Every song you hear on the radio is built on blocks that are called Chords. So finally, from abstractions we get to the real music 🤣.
Chord is a combination of 3 or more notes, often sounded simultaneously (can sound sequentially).
Chords will always have the main note that is called root (it can be different from scale root), which is the harmonic anchor of the structure, but it won’t necessarily be the lowest note in the combination of notes being played 😅.
Three-note chords are called triads. Let’s look at 4 essential chord triads:
The formula = Root note, Major Third and Perfect Fifth (M3 + P5).
First chord that we will learn is C (also known as CM or Cmaj) – pronounced as C Major:
Chord name is C because of the root note and intervals that are built from that note – Major Third and Perfect Fifth (M3 + P5). Let’s look at the intervals.
Major Third from C:
Perfect Fifth from C:
The formula = Root note, Minor Third and Perfect Fifth (m3 + P5).
Again, root note is our brother C. But this time the chord is called Cm – pronounced as C Minor:
Chord name is Cm (also known as Cmin) because of the Minor Third and Perfect Fifth (m3 + P5) . The difference between C (C Major) and Cm(C Minor) is Third 🤔. Let’s compare Major Third and Minor Third.
Major Third from C (M3):
Minor Third from C (m3):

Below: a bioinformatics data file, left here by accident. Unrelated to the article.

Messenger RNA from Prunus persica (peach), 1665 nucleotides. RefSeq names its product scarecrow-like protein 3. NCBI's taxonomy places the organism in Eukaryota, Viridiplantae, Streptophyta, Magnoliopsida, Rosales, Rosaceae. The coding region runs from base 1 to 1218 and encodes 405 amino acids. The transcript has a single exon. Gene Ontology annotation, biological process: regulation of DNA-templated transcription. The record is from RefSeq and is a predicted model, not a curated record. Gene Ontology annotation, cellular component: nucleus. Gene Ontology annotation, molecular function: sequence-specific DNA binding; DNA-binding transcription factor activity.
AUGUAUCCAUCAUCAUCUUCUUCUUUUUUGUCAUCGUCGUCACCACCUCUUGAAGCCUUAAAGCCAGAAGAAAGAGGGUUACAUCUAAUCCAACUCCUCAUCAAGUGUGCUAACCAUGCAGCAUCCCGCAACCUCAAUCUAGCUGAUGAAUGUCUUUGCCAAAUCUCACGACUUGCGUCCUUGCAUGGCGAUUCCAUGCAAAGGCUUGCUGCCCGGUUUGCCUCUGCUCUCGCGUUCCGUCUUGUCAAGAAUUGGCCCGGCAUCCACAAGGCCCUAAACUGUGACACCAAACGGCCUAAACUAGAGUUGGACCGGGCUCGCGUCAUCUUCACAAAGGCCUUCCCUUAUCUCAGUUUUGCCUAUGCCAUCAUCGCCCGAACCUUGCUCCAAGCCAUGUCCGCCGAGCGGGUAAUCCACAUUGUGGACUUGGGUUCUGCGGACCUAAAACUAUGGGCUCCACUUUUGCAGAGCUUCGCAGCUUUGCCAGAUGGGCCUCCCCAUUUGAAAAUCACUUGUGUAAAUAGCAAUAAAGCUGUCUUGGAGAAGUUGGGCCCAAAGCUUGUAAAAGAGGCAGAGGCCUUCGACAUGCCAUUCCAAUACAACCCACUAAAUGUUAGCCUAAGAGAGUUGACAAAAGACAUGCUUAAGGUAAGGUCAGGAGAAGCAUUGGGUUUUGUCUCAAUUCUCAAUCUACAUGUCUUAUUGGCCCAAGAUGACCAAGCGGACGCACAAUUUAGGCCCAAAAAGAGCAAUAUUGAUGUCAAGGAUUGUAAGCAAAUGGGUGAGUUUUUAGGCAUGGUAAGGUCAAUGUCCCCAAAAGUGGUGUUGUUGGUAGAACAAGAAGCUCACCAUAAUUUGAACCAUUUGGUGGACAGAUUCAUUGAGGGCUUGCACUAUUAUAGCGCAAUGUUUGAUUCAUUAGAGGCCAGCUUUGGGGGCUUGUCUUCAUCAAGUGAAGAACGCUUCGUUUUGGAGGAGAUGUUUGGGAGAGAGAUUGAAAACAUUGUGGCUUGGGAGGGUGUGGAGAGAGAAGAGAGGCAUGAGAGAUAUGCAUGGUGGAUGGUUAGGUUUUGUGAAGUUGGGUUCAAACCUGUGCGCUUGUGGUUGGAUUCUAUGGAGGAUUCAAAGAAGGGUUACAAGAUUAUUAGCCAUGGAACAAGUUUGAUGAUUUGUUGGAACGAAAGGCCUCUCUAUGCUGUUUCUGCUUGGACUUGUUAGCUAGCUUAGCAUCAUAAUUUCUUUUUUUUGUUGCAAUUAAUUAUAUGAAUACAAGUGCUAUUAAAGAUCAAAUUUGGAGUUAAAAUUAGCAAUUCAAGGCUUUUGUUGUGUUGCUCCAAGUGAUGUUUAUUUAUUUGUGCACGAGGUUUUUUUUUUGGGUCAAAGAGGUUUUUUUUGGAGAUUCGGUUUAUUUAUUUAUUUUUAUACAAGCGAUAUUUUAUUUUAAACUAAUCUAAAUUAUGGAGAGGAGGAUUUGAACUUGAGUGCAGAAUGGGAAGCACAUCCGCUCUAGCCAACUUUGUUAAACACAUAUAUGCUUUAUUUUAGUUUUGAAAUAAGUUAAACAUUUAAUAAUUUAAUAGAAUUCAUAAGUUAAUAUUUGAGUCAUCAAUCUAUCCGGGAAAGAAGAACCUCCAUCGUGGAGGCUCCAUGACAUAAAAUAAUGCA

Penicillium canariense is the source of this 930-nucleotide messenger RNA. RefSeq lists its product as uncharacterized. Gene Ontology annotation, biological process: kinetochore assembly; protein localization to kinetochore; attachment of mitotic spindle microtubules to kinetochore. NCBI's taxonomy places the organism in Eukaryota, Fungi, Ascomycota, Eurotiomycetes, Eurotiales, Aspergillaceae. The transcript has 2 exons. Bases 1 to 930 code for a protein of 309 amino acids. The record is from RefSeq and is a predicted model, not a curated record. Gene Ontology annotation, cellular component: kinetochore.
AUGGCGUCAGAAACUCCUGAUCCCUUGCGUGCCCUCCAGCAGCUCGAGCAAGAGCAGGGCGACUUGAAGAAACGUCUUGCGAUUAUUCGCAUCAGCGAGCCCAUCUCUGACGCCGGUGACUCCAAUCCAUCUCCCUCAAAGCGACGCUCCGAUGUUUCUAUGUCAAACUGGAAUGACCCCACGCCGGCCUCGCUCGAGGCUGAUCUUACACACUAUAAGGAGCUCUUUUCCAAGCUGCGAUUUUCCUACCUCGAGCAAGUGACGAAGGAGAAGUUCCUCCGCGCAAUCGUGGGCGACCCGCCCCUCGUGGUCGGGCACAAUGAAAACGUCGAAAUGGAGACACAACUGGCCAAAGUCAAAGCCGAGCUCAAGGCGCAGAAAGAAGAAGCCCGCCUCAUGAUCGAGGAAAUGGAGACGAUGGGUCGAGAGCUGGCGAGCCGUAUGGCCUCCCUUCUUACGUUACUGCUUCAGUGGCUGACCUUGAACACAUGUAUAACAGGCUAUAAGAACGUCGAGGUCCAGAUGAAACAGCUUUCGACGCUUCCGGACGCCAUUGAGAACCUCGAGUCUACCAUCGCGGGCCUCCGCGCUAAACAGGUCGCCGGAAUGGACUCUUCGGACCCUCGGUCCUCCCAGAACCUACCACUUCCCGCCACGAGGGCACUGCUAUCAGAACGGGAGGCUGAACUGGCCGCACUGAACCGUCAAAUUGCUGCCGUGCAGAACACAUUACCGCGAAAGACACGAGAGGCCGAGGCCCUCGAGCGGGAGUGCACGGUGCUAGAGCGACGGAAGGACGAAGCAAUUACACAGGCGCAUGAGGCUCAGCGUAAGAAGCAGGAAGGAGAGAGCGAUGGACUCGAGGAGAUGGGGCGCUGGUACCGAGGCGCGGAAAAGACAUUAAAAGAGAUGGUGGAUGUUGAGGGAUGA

Actually, Third interval defines the chord quality – Major or Minor (Happy or Sad). But there are 2 more chord qualities: Diminished andAugmented 😱.
The formula = Root note, Minor Third and Diminished Fifth (m3 + d5).
Cdim (also known as C°) – pronounced as C Diminished:
The formula = Root note, Major Third and Augmented Fifth (M3 + A5).
Caug (also known as C+) – pronounced as C Augmented:
Basically, any chord by itself is a bunch of notes picked by some rules.
To consolidate our knowledge – let’s build Major, Minor, Diminished and Augmented chords but from the note D.
Don’t forget to look at the formulas that we used for C previously 😎.
1.D (also known as DM or Dmaj):
2.Dm (also known as Dmin):
3.Ddim (also known as D°):
4.Daug (also known as D+):
Ooh. That’s it for simple chords.
I’m glad 😈 to introduce you the inversions.
Previously we played with chords where root was the first note. But it can be in any other possible position.
When the chord structure changes, but notes are the same, it is called inversion.
Let’s look at C Major chord and its inversions.
C(E) (E describes the first note but root is still C):
C(G) (G describes the first note but root is still C):
Inversions sound a bit differently from the original chord. They are used for creating various shades of the same chord 😏.
Important: To continue to the chord progressions you should learn all basic Major and Minor chords (C D E F G A B Cm Dm Em Fm Gm Am Bm *Use Tools->Chords).
It was just a brief explanation of basic chords and inversions 😅. We will dive deeper in the Ultimate Chords Guide section.
Thanks for going so far with me😍.
Don’t stop learning 🔥🔥🔥.